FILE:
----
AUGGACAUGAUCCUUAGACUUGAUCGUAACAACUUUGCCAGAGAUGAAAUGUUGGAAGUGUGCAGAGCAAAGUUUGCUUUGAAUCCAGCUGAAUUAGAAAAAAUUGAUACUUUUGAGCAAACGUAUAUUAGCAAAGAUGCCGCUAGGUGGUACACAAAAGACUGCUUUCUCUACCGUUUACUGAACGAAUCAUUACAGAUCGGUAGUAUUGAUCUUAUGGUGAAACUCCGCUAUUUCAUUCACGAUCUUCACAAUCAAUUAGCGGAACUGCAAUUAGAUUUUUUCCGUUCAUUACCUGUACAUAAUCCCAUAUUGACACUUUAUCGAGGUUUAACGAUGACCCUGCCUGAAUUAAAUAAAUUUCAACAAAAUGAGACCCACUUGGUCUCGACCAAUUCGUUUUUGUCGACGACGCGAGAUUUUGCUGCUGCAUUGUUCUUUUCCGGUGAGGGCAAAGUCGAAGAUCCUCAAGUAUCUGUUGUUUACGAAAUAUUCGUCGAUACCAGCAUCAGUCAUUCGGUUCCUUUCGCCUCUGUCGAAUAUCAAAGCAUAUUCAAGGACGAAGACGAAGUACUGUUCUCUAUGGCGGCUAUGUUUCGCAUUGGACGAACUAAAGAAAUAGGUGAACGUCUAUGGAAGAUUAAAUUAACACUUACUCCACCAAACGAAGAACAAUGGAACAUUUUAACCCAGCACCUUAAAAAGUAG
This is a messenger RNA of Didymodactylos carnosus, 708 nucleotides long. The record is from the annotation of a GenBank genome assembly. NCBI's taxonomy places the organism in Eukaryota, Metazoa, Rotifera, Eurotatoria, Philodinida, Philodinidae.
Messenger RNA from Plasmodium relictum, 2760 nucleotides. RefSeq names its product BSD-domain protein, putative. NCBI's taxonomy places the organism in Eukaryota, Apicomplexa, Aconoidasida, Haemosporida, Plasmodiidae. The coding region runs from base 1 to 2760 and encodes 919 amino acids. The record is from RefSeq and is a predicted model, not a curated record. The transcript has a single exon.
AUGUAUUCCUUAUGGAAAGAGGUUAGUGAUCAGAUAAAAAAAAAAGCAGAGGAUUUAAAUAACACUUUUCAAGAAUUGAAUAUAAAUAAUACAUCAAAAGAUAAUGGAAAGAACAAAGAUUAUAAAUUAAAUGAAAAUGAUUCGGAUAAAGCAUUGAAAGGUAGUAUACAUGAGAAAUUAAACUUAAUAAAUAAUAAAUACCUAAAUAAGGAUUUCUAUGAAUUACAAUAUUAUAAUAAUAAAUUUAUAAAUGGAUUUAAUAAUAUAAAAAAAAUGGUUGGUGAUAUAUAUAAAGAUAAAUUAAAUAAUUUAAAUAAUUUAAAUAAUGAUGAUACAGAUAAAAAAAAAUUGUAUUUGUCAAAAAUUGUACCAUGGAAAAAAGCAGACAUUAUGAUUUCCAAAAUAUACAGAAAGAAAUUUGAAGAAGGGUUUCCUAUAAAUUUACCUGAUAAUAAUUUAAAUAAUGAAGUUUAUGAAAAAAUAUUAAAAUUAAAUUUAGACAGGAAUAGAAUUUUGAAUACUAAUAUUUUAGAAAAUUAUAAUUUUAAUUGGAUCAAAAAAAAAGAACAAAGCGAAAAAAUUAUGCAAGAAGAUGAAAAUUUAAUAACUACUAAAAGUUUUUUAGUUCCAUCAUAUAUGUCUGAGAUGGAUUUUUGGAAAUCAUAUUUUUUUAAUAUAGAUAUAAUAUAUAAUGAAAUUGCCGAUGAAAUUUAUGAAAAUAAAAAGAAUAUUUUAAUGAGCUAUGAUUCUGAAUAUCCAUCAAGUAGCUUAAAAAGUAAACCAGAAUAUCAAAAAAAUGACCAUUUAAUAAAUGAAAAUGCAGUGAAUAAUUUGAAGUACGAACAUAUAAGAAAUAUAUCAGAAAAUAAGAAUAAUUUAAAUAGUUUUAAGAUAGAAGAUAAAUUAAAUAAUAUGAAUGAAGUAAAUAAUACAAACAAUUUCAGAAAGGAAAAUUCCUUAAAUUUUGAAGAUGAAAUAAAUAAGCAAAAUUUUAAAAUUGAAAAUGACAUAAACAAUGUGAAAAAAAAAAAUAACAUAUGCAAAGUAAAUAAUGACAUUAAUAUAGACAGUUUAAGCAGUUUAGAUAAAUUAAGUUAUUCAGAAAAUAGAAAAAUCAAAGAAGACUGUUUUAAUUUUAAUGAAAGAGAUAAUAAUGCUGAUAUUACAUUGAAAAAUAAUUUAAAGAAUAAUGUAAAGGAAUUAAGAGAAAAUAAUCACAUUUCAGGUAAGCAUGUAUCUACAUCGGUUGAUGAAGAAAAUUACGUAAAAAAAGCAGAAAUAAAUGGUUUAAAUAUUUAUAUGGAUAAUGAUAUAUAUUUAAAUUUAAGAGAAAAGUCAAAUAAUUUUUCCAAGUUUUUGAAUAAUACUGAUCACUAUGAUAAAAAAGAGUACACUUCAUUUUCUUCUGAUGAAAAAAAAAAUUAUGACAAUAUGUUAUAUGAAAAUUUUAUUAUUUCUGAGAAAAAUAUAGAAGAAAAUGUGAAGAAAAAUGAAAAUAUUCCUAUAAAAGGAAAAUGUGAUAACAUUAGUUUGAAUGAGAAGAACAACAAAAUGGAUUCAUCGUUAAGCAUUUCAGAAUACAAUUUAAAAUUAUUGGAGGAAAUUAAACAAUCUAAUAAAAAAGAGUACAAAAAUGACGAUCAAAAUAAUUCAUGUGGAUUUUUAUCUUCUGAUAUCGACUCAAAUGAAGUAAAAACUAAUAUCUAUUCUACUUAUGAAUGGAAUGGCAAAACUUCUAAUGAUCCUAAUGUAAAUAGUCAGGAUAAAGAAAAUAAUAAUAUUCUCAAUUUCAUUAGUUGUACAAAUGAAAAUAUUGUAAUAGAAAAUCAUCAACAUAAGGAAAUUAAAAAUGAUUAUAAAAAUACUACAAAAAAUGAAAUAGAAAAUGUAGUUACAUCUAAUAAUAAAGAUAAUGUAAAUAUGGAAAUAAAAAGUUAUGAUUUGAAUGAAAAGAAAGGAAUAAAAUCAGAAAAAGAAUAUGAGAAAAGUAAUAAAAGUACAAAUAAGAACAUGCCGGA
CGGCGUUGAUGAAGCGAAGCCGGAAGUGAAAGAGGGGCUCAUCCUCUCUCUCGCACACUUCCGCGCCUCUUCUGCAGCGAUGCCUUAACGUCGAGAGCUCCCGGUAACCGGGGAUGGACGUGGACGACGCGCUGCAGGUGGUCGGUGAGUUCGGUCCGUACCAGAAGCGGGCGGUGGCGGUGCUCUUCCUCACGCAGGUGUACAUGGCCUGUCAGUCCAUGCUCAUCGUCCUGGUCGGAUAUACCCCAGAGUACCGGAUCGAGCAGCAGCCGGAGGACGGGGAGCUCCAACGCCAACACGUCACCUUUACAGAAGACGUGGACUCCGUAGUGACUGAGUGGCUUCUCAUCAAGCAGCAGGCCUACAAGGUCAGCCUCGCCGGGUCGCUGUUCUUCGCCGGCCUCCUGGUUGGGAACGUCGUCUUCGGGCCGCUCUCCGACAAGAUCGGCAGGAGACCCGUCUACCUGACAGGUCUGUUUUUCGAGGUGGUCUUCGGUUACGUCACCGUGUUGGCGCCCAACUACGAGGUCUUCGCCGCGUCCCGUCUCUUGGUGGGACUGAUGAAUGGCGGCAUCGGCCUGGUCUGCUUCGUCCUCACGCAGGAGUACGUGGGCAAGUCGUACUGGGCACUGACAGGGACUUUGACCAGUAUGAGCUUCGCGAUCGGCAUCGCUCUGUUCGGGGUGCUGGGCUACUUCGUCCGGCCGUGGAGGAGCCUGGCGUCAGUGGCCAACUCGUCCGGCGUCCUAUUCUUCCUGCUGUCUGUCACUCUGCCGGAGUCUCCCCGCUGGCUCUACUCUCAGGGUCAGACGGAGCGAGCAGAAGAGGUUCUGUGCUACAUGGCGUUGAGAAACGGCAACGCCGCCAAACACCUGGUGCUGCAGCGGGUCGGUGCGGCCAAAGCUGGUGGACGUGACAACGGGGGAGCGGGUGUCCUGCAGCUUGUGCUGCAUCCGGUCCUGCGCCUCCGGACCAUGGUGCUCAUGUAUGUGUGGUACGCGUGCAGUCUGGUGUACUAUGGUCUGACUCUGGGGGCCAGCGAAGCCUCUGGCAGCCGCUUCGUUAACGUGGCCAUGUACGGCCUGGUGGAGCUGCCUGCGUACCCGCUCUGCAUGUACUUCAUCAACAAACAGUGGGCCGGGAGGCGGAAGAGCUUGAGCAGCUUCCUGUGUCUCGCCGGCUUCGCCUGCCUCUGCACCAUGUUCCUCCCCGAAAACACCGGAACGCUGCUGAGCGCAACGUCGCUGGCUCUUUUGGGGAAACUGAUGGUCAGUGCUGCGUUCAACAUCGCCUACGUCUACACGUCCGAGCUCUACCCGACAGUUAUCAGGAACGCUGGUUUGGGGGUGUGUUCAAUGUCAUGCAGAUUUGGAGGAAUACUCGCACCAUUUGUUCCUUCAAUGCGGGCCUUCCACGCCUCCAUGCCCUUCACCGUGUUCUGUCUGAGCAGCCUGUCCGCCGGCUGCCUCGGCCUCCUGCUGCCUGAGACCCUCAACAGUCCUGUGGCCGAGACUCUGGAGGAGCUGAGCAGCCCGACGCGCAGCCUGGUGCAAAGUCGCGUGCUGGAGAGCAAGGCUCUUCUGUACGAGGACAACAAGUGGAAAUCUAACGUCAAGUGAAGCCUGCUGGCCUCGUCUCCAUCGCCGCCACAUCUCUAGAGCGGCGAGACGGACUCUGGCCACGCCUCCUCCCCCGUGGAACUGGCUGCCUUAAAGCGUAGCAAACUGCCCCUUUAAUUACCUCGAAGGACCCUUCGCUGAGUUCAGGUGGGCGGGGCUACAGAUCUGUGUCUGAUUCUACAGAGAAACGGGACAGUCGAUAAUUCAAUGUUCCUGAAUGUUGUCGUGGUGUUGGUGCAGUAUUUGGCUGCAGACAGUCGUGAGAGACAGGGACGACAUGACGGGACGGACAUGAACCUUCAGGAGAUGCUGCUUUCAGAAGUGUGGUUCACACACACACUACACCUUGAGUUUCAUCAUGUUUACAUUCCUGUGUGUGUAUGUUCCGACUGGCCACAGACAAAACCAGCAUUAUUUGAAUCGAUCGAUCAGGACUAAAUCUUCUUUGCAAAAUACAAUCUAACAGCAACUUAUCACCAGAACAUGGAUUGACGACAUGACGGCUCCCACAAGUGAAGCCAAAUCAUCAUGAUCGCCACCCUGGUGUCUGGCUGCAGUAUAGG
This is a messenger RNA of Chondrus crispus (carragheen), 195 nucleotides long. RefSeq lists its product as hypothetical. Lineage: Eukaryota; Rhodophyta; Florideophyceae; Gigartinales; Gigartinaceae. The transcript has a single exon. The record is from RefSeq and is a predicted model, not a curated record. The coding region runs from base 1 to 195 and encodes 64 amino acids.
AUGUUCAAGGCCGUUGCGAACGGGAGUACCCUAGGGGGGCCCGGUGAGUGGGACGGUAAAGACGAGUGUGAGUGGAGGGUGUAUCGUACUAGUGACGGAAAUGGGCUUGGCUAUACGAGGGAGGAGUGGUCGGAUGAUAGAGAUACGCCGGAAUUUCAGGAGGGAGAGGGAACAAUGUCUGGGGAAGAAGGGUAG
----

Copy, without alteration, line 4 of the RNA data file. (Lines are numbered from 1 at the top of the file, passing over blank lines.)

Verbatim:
AUGUAUUCCUUAUGGAAAGAGGUUAGUGAUCAGAUAAAAAAAAAAGCAGAGGAUUUAAAUAACACUUUUCAAGAAUUGAAUAUAAAUAAUACAUCAAAAGAUAAUGGAAAGAACAAAGAUUAUAAAUUAAAUGAAAAUGAUUCGGAUAAAGCAUUGAAAGGUAGUAUACAUGAGAAAUUAAACUUAAUAAAUAAUAAAUACCUAAAUAAGGAUUUCUAUGAAUUACAAUAUUAUAAUAAUAAAUUUAUAAAUGGAUUUAAUAAUAUAAAAAAAAUGGUUGGUGAUAUAUAUAAAGAUAAAUUAAAUAAUUUAAAUAAUUUAAAUAAUGAUGAUACAGAUAAAAAAAAAUUGUAUUUGUCAAAAAUUGUACCAUGGAAAAAAGCAGACAUUAUGAUUUCCAAAAUAUACAGAAAGAAAUUUGAAGAAGGGUUUCCUAUAAAUUUACCUGAUAAUAAUUUAAAUAAUGAAGUUUAUGAAAAAAUAUUAAAAUUAAAUUUAGACAGGAAUAGAAUUUUGAAUACUAAUAUUUUAGAAAAUUAUAAUUUUAAUUGGAUCAAAAAAAAAGAACAAAGCGAAAAAAUUAUGCAAGAAGAUGAAAAUUUAAUAACUACUAAAAGUUUUUUAGUUCCAUCAUAUAUGUCUGAGAUGGAUUUUUGGAAAUCAUAUUUUUUUAAUAUAGAUAUAAUAUAUAAUGAAAUUGCCGAUGAAAUUUAUGAAAAUAAAAAGAAUAUUUUAAUGAGCUAUGAUUCUGAAUAUCCAUCAAGUAGCUUAAAAAGUAAACCAGAAUAUCAAAAAAAUGACCAUUUAAUAAAUGAAAAUGCAGUGAAUAAUUUGAAGUACGAACAUAUAAGAAAUAUAUCAGAAAAUAAGAAUAAUUUAAAUAGUUUUAAGAUAGAAGAUAAAUUAAAUAAUAUGAAUGAAGUAAAUAAUACAAACAAUUUCAGAAAGGAAAAUUCCUUAAAUUUUGAAGAUGAAAUAAAUAAGCAAAAUUUUAAAAUUGAAAAUGACAUAAACAAUGUGAAAAAAAAAAAUAACAUAUGCAAAGUAAAUAAUGACAUUAAUAUAGACAGUUUAAGCAGUUUAGAUAAAUUAAGUUAUUCAGAAAAUAGAAAAAUCAAAGAAGACUGUUUUAAUUUUAAUGAAAGAGAUAAUAAUGCUGAUAUUACAUUGAAAAAUAAUUUAAAGAAUAAUGUAAAGGAAUUAAGAGAAAAUAAUCACAUUUCAGGUAAGCAUGUAUCUACAUCGGUUGAUGAAGAAAAUUACGUAAAAAAAGCAGAAAUAAAUGGUUUAAAUAUUUAUAUGGAUAAUGAUAUAUAUUUAAAUUUAAGAGAAAAGUCAAAUAAUUUUUCCAAGUUUUUGAAUAAUACUGAUCACUAUGAUAAAAAAGAGUACACUUCAUUUUCUUCUGAUGAAAAAAAAAAUUAUGACAAUAUGUUAUAUGAAAAUUUUAUUAUUUCUGAGAAAAAUAUAGAAGAAAAUGUGAAGAAAAAUGAAAAUAUUCCUAUAAAAGGAAAAUGUGAUAACAUUAGUUUGAAUGAGAAGAACAACAAAAUGGAUUCAUCGUUAAGCAUUUCAGAAUACAAUUUAAAAUUAUUGGAGGAAAUUAAACAAUCUAAUAAAAAAGAGUACAAAAAUGACGAUCAAAAUAAUUCAUGUGGAUUUUUAUCUUCUGAUAUCGACUCAAAUGAAGUAAAAACUAAUAUCUAUUCUACUUAUGAAUGGAAUGGCAAAACUUCUAAUGAUCCUAAUGUAAAUAGUCAGGAUAAAGAAAAUAAUAAUAUUCUCAAUUUCAUUAGUUGUACAAAUGAAAAUAUUGUAAUAGAAAAUCAUCAACAUAAGGAAAUUAAAAAUGAUUAUAAAAAUACUACAAAAAAUGAAAUAGAAAAUGUAGUUACAUCUAAUAAUAAAGAUAAUGUAAAUAUGGAAAUAAAAAGUUAUGAUUUGAAUGAAAAGAAAGGAAUAAAAUCAGAAAAAGAAUAUGAGAAAAGUAAUAAAAGUACAAAUAAGAACAUGCCGGA